The National Elections have been put to bed. Unsurprisingly the Union Nationale led by the President of the Conseil National Brigitte Boccone-Pagès has emerged the majority party winning handsomely, if without overwhelming excitement.
Fortunately the voter turn-out was over 50% at 57%. But that is something to keep an eye on in future. What does that say if 40% of the electorate do not turn out? A healthy democracy requires participation. It’s necessary to bang the drum a little louder perhaps next time…light a little fire under the voters.
Any opposition voices in the debates in the Conseil National in future were constrained by the fact that the opposition party, the NIM, didn’t garner enough votes to qualify for proportional representation in the Chamber. So that leaves the opposing points of view to be expressed from within the majority party itself … something that is unlikely to create significant debating controversies. Maybe there’s also something to be said for tranquil civil debate.
Each candidate in the Union Nationale received on average just over 3000 votes with the stand-outs being Nathalie Amoratti-Blanc and Balthazar Seydoux with one hundred to one hundred fifty extra votes.
The “minority party” the NIM with a small list of 14 candidates had Jean-Charles Tonelli and Daniel Boéri heading their results with between 700 and 800 votes each but in the end to no avail… just not enough overall to be in the Chamber.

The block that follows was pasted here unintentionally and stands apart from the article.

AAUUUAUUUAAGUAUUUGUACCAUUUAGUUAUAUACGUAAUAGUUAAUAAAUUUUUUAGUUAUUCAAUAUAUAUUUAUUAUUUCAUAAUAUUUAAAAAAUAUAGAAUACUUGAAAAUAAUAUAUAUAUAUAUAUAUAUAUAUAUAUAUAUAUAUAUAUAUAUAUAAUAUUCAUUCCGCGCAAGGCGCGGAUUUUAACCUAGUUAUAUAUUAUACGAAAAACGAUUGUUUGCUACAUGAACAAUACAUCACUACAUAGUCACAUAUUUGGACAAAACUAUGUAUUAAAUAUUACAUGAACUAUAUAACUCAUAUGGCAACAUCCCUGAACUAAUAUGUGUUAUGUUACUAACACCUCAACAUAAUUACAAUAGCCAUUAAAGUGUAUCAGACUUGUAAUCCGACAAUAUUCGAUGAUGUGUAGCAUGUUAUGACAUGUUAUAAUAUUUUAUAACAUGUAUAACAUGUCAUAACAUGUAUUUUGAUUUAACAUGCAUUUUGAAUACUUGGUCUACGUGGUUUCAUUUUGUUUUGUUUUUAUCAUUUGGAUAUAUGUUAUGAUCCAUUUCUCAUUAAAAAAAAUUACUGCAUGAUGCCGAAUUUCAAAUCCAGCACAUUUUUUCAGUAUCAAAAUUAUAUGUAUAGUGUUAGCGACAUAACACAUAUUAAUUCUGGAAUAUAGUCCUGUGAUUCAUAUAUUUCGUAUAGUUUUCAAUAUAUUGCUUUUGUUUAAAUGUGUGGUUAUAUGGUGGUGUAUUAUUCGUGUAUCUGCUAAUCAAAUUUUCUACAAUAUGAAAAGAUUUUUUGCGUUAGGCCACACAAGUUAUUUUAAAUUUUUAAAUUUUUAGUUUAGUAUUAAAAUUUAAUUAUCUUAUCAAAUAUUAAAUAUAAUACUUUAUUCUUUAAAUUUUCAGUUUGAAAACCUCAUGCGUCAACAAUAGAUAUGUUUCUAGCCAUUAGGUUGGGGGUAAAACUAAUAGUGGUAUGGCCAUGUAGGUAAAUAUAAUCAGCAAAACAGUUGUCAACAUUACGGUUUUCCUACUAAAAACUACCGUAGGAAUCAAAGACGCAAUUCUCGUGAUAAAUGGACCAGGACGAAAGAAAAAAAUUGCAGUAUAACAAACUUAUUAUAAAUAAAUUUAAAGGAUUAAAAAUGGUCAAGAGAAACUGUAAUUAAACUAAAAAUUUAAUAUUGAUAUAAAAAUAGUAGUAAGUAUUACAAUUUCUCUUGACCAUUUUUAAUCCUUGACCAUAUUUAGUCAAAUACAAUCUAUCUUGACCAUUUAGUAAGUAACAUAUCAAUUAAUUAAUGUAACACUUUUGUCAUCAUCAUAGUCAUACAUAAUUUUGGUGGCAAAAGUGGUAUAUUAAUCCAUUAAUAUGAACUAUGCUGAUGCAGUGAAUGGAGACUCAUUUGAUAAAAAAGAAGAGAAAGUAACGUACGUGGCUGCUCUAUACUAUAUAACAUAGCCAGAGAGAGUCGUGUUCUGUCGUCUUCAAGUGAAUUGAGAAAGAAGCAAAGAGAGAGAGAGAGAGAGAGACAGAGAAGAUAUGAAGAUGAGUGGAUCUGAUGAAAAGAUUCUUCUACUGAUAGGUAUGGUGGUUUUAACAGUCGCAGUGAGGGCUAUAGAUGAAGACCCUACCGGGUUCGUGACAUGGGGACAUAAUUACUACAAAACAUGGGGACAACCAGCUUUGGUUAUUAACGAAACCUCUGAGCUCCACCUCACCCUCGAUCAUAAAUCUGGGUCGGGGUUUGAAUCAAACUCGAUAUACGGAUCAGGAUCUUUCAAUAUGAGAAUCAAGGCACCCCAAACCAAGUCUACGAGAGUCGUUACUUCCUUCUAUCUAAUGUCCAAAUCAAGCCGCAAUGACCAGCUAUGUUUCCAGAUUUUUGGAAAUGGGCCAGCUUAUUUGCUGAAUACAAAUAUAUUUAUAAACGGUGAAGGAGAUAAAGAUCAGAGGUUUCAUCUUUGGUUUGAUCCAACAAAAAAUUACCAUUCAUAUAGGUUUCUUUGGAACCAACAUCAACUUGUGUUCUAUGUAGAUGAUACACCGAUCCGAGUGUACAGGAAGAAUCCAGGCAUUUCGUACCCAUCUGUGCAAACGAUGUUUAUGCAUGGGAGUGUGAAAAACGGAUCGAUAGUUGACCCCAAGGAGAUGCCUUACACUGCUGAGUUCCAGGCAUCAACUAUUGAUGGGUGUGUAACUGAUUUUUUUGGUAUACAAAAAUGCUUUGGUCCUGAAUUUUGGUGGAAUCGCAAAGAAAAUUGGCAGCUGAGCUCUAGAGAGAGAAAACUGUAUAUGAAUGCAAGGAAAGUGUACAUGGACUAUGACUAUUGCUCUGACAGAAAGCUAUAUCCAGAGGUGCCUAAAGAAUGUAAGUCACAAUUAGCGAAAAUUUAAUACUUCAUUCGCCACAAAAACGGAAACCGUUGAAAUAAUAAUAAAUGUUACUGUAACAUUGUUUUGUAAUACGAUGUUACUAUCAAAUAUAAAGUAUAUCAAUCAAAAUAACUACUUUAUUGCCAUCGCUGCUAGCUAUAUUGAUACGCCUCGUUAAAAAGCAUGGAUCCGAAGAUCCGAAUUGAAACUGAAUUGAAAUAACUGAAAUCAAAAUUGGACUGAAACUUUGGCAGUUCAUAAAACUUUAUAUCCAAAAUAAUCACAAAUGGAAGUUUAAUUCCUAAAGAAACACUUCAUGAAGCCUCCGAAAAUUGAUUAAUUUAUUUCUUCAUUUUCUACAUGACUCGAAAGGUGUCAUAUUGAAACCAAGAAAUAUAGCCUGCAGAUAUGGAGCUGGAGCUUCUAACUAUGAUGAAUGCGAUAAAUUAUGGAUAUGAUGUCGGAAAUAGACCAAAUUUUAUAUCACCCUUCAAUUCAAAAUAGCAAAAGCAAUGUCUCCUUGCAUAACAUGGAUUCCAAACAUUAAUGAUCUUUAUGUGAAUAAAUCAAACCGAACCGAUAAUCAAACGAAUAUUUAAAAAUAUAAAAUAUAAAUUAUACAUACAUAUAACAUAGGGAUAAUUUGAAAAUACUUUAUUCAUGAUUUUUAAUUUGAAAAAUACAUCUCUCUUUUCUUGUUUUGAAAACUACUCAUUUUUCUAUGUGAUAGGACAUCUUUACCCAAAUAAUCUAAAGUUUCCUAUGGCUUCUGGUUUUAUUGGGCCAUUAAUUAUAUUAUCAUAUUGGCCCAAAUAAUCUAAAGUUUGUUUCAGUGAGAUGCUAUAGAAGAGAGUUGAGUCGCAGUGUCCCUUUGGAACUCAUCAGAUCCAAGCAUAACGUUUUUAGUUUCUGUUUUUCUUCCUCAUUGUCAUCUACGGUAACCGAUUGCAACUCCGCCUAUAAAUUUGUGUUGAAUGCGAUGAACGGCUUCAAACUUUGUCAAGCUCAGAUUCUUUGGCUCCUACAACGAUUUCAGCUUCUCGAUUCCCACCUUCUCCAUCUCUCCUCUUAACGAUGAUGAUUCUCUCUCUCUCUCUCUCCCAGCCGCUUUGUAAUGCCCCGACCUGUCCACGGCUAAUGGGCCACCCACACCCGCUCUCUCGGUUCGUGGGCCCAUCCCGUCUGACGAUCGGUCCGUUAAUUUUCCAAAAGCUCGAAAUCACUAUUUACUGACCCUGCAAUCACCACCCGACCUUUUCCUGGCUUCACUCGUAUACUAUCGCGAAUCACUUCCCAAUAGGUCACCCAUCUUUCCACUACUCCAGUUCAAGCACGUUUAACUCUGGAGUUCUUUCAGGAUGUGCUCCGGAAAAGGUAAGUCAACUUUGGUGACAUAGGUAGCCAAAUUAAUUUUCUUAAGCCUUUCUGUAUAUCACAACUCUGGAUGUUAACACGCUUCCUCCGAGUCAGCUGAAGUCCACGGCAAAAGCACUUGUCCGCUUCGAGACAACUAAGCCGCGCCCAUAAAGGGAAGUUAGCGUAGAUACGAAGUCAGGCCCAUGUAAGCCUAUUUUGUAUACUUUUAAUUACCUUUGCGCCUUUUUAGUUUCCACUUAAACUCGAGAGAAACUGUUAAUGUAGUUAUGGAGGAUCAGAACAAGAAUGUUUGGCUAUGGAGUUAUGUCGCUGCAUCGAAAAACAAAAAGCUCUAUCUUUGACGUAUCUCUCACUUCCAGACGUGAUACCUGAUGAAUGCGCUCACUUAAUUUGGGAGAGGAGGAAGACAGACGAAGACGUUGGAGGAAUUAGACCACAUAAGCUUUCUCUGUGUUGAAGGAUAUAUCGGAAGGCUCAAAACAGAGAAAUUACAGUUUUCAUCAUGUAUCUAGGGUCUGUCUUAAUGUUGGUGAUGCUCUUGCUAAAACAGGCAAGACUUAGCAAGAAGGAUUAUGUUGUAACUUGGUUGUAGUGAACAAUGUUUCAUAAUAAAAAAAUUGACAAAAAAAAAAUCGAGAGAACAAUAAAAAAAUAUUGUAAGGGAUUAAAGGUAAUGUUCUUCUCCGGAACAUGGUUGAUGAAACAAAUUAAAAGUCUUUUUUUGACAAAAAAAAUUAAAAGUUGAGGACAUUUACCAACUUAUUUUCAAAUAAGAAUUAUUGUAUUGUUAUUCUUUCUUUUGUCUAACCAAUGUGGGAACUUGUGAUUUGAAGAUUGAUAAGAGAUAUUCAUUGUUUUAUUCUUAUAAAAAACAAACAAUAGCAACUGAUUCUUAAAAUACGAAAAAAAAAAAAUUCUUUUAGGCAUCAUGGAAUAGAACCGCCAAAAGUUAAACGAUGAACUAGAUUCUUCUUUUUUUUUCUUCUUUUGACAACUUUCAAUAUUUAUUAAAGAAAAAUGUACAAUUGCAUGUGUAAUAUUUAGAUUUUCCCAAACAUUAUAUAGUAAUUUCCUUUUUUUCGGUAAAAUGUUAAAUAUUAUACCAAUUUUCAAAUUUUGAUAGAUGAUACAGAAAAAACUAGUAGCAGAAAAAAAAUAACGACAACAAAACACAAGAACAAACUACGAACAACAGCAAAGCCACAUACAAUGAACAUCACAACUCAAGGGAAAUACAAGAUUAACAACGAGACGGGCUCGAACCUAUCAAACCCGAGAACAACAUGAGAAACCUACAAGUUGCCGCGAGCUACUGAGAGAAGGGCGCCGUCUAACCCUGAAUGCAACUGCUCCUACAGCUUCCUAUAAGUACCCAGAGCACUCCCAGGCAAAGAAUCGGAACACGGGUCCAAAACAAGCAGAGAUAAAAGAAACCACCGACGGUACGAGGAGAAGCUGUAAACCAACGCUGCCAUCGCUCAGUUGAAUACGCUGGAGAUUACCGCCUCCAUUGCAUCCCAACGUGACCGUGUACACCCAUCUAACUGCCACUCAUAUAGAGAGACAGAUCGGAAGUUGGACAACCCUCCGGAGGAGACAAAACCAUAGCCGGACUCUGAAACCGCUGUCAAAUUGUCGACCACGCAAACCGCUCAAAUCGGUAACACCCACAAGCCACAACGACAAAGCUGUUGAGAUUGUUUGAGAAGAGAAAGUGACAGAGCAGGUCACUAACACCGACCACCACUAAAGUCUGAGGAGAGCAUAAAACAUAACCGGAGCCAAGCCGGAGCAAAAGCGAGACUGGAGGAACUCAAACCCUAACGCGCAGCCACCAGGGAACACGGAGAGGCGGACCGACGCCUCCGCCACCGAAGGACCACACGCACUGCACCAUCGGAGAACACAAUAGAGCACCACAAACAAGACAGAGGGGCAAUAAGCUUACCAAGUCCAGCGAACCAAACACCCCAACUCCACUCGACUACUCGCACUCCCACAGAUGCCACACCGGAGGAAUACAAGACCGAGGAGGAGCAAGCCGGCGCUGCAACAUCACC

The Conseil National undisputed winners, the Union Nationale, going forward is composed of: Karen Aliprendi, Nathalie Amoratti Blanc, Morgane Jade AuRÉGIA, Maryse Battaglia, Régis Bergonzi, Corinne Bertani, Brigitte Boccone-Pagès, Thomas Brezzo, Christophe Brico, Philippe Brunner, Nicolas Croesi, Béatrice Fresko-Rolfo, Marie -Noëlle Gibelli, Jean-Louis Grinda, Marine Grisoul, Franck Julien, Mathilde Le Clerc, Franck Lobono, Roland Mouflard, Fabrice Notari, Mikaël Palmaro, Christine Pasquier Ciulla, Guillaume Rose and Balthazar Seydoux Fornier de Clausonne.
4,348 voted out of a total of 7,594 registered voters.
The Union Nationale’s 24 candidates racked up 72,602 votes against 8,401 for those just 14 candidates on the NIM list.
The 24 Union Nationale candidates win and thus take up all the seats in the Conseil National
Note on February 5th 2023 Election
Monaco elects on the national level a legislature (parliament). The National Council (Conseil National) has 24 members, elected for a five-year term, 16 elected by a winner-take-all plurality system, and the other 8 minority by proportional representation … but there were insufficient votes this time to qualify any minority candidates under the proportionality rule.